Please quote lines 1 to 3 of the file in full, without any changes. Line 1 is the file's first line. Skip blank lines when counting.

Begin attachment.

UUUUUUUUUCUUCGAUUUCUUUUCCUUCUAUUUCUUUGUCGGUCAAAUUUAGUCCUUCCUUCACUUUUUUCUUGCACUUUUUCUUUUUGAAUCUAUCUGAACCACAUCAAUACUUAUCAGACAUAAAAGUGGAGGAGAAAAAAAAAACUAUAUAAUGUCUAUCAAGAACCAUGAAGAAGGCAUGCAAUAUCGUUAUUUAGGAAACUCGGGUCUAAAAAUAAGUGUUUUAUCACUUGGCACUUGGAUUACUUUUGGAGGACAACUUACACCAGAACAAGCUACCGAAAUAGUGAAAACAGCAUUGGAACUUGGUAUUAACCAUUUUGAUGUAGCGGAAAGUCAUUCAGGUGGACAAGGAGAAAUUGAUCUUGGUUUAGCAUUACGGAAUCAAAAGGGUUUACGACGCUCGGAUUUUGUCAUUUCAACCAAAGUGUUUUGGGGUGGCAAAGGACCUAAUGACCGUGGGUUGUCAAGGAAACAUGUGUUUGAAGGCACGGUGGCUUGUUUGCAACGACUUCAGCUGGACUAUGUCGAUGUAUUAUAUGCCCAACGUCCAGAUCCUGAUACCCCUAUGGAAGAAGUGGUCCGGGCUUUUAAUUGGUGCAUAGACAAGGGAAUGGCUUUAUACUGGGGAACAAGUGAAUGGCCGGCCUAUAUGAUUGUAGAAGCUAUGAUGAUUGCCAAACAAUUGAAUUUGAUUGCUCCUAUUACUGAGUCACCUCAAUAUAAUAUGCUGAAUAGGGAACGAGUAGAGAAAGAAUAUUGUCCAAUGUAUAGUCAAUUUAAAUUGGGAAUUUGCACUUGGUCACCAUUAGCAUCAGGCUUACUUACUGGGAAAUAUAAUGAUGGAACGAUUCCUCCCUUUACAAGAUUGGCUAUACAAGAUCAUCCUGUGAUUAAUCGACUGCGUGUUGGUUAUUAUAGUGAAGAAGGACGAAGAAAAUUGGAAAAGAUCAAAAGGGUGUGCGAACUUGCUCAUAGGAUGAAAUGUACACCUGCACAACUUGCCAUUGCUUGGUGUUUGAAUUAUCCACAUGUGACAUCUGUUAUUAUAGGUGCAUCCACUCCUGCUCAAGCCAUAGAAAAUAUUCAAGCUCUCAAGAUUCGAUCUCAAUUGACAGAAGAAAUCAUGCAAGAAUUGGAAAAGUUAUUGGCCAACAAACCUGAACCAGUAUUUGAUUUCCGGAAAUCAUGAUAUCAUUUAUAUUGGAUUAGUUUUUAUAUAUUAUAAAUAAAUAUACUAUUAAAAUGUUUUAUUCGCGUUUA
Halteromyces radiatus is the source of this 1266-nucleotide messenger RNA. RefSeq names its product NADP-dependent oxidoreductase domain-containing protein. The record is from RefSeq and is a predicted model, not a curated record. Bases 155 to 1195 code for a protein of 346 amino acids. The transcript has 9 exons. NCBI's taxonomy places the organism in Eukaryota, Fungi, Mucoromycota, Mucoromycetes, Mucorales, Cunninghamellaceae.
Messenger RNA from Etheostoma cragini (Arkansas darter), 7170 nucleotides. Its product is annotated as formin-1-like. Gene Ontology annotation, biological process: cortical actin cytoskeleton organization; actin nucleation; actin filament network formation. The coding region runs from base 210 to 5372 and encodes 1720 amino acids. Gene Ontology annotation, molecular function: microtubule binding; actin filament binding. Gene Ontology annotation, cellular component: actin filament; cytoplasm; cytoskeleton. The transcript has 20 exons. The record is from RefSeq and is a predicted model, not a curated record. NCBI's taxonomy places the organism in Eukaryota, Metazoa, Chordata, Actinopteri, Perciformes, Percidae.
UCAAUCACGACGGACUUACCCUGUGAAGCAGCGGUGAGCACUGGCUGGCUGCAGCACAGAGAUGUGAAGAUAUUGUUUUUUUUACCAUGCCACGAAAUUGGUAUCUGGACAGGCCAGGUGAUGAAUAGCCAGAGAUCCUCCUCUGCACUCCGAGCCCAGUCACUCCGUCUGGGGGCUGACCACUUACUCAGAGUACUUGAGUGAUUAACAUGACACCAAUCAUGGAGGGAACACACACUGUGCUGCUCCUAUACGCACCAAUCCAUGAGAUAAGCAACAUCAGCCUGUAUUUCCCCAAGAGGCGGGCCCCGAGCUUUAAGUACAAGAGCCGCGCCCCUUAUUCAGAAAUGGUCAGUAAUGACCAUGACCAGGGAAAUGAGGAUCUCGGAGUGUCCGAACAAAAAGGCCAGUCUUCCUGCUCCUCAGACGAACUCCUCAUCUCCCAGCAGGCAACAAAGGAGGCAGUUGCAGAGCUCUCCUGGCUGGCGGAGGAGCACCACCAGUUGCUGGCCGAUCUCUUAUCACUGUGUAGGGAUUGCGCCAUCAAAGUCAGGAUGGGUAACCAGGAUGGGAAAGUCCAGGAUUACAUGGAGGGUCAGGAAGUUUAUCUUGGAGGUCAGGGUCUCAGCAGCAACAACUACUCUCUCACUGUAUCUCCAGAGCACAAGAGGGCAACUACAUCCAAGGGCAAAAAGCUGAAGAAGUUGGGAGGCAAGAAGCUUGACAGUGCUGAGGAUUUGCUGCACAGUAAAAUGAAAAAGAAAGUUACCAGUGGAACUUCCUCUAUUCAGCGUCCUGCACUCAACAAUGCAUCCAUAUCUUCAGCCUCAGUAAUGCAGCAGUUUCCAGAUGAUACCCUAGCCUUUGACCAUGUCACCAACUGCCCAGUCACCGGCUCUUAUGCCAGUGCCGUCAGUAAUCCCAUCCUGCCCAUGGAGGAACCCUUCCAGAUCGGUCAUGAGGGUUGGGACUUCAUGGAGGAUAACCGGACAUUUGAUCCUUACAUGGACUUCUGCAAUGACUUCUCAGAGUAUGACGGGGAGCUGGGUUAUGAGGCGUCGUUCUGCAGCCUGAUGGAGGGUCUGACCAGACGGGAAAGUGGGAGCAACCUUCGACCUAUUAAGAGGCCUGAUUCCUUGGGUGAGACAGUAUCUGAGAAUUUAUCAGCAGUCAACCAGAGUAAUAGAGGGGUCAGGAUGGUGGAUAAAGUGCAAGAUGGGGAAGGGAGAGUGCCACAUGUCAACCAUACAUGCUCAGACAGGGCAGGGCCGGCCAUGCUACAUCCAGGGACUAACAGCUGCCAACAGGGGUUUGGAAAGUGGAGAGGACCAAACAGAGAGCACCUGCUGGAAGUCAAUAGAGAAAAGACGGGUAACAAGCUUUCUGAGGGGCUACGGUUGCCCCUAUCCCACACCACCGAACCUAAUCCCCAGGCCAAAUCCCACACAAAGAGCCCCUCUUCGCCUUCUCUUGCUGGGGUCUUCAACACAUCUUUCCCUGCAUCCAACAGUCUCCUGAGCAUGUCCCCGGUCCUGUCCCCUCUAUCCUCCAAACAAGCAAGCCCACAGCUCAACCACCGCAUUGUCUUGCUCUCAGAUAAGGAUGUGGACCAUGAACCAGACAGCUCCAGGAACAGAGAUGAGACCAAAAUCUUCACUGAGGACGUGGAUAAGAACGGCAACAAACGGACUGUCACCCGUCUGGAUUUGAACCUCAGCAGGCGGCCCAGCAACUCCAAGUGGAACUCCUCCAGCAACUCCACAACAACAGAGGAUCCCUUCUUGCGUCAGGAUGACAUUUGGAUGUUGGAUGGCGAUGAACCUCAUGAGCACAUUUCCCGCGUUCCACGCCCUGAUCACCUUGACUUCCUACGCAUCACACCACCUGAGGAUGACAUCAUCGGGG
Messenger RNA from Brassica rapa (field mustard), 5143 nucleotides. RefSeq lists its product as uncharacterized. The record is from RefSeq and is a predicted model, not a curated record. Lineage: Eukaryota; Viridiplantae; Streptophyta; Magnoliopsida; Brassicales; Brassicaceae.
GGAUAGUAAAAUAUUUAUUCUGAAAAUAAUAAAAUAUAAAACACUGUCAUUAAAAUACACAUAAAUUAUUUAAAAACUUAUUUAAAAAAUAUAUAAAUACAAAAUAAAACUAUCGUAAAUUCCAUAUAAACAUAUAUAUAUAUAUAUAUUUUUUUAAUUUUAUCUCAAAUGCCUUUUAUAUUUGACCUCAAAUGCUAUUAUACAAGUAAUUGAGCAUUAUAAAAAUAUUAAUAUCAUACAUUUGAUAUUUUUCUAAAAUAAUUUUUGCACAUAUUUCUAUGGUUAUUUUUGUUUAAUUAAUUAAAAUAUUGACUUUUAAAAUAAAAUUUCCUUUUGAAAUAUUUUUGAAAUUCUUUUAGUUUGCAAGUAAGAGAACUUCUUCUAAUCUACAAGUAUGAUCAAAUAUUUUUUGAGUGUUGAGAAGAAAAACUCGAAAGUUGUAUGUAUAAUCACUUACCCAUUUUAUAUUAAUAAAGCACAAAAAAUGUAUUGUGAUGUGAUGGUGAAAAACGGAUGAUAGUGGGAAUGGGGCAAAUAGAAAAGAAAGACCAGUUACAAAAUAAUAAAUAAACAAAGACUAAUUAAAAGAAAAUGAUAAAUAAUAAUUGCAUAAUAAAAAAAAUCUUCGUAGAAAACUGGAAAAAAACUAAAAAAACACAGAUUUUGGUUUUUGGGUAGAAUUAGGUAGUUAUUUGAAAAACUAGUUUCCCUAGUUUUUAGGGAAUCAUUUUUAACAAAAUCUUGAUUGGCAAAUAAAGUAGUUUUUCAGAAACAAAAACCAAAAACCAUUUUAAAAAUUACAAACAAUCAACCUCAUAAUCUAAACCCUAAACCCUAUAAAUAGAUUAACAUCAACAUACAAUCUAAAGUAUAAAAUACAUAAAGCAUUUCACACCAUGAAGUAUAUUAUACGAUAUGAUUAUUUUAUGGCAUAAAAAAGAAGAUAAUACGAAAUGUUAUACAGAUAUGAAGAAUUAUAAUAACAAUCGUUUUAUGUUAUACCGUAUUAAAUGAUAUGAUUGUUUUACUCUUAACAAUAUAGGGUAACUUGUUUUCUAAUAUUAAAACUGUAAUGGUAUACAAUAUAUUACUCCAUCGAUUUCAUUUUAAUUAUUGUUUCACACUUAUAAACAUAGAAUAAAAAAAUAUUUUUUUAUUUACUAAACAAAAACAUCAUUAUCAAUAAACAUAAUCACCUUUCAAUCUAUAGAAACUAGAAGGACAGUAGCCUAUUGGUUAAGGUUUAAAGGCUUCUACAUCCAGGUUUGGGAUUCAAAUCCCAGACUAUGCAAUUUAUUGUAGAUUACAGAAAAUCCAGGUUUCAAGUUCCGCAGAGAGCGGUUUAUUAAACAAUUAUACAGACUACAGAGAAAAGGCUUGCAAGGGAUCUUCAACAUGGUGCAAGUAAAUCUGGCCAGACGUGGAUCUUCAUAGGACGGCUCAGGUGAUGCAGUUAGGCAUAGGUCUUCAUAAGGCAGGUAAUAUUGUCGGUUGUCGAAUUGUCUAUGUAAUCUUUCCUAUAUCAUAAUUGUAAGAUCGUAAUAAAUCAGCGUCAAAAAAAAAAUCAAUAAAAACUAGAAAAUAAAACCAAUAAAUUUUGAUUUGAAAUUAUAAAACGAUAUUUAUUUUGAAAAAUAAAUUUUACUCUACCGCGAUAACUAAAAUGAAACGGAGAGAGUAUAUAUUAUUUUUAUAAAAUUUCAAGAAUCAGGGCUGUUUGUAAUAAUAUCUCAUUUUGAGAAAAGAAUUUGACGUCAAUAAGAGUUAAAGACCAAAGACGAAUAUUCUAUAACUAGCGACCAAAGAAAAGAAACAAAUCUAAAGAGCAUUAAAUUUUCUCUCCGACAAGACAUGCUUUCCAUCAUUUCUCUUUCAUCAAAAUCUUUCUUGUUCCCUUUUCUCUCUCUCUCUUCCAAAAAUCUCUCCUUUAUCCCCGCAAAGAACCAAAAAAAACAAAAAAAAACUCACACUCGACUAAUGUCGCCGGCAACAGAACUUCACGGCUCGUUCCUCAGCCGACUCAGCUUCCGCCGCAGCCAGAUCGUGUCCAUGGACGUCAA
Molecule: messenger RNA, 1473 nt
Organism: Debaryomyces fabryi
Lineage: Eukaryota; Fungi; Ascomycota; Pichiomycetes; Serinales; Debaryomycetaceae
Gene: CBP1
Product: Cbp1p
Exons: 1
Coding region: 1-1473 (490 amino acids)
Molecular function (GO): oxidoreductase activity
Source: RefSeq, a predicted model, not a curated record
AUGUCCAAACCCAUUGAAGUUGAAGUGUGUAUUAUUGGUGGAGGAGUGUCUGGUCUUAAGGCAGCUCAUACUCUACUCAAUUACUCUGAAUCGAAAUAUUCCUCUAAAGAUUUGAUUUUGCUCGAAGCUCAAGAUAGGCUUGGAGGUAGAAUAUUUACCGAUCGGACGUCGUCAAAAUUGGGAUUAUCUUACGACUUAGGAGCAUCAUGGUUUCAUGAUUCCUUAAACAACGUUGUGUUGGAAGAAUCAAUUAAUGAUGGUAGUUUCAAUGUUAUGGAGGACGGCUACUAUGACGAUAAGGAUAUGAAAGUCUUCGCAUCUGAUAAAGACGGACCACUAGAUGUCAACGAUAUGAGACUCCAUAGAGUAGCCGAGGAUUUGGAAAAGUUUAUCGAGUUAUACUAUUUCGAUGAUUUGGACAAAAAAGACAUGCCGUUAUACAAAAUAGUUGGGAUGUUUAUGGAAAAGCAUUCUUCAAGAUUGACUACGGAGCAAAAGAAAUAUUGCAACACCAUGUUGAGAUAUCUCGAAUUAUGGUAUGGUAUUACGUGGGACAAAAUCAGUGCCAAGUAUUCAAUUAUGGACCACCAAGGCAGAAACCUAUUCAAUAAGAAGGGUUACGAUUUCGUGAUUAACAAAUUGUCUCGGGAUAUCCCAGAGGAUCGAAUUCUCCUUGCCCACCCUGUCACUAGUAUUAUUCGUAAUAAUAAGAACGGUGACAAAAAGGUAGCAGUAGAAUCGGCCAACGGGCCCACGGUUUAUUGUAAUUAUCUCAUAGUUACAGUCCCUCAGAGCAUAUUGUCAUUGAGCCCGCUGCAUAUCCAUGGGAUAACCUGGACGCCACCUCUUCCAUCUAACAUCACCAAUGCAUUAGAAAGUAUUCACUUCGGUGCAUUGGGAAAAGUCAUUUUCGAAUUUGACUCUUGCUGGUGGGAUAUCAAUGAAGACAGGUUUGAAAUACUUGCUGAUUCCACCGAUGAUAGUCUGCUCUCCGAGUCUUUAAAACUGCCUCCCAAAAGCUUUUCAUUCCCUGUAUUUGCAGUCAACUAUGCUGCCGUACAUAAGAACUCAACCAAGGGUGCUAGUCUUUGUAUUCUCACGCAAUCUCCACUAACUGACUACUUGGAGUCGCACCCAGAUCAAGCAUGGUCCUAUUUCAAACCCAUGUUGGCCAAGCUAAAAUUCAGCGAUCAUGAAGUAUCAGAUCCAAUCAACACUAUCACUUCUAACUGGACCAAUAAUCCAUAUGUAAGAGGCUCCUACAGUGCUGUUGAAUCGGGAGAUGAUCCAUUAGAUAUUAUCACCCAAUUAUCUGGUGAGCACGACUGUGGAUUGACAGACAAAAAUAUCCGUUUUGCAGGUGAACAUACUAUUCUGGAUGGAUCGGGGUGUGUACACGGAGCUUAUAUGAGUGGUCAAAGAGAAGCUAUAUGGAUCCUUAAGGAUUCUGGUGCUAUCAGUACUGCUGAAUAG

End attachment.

UUUUUUUUUCUUCGAUUUCUUUUCCUUCUAUUUCUUUGUCGGUCAAAUUUAGUCCUUCCUUCACUUUUUUCUUGCACUUUUUCUUUUUGAAUCUAUCUGAACCACAUCAAUACUUAUCAGACAUAAAAGUGGAGGAGAAAAAAAAAACUAUAUAAUGUCUAUCAAGAACCAUGAAGAAGGCAUGCAAUAUCGUUAUUUAGGAAACUCGGGUCUAAAAAUAAGUGUUUUAUCACUUGGCACUUGGAUUACUUUUGGAGGACAACUUACACCAGAACAAGCUACCGAAAUAGUGAAAACAGCAUUGGAACUUGGUAUUAACCAUUUUGAUGUAGCGGAAAGUCAUUCAGGUGGACAAGGAGAAAUUGAUCUUGGUUUAGCAUUACGGAAUCAAAAGGGUUUACGACGCUCGGAUUUUGUCAUUUCAACCAAAGUGUUUUGGGGUGGCAAAGGACCUAAUGACCGUGGGUUGUCAAGGAAACAUGUGUUUGAAGGCACGGUGGCUUGUUUGCAACGACUUCAGCUGGACUAUGUCGAUGUAUUAUAUGCCCAACGUCCAGAUCCUGAUACCCCUAUGGAAGAAGUGGUCCGGGCUUUUAAUUGGUGCAUAGACAAGGGAAUGGCUUUAUACUGGGGAACAAGUGAAUGGCCGGCCUAUAUGAUUGUAGAAGCUAUGAUGAUUGCCAAACAAUUGAAUUUGAUUGCUCCUAUUACUGAGUCACCUCAAUAUAAUAUGCUGAAUAGGGAACGAGUAGAGAAAGAAUAUUGUCCAAUGUAUAGUCAAUUUAAAUUGGGAAUUUGCACUUGGUCACCAUUAGCAUCAGGCUUACUUACUGGGAAAUAUAAUGAUGGAACGAUUCCUCCCUUUACAAGAUUGGCUAUACAAGAUCAUCCUGUGAUUAAUCGACUGCGUGUUGGUUAUUAUAGUGAAGAAGGACGAAGAAAAUUGGAAAAGAUCAAAAGGGUGUGCGAACUUGCUCAUAGGAUGAAAUGUACACCUGCACAACUUGCCAUUGCUUGGUGUUUGAAUUAUCCACAUGUGACAUCUGUUAUUAUAGGUGCAUCCACUCCUGCUCAAGCCAUAGAAAAUAUUCAAGCUCUCAAGAUUCGAUCUCAAUUGACAGAAGAAAUCAUGCAAGAAUUGGAAAAGUUAUUGGCCAACAAACCUGAACCAGUAUUUGAUUUCCGGAAAUCAUGAUAUCAUUUAUAUUGGAUUAGUUUUUAUAUAUUAUAAAUAAAUAUACUAUUAAAAUGUUUUAUUCGCGUUUA
Halteromyces radiatus is the source of this 1266-nucleotide messenger RNA. RefSeq names its product NADP-dependent oxidoreductase domain-containing protein. The record is from RefSeq and is a predicted model, not a curated record. Bases 155 to 1195 code for a protein of 346 amino acids. The transcript has 9 exons. NCBI's taxonomy places the organism in Eukaryota, Fungi, Mucoromycota, Mucoromycetes, Mucorales, Cunninghamellaceae.
Messenger RNA from Etheostoma cragini (Arkansas darter), 7170 nucleotides. Its product is annotated as formin-1-like. Gene Ontology annotation, biological process: cortical actin cytoskeleton organization; actin nucleation; actin filament network formation. The coding region runs from base 210 to 5372 and encodes 1720 amino acids. Gene Ontology annotation, molecular function: microtubule binding; actin filament binding. Gene Ontology annotation, cellular component: actin filament; cytoplasm; cytoskeleton. The transcript has 20 exons. The record is from RefSeq and is a predicted model, not a curated record. NCBI's taxonomy places the organism in Eukaryota, Metazoa, Chordata, Actinopteri, Perciformes, Percidae.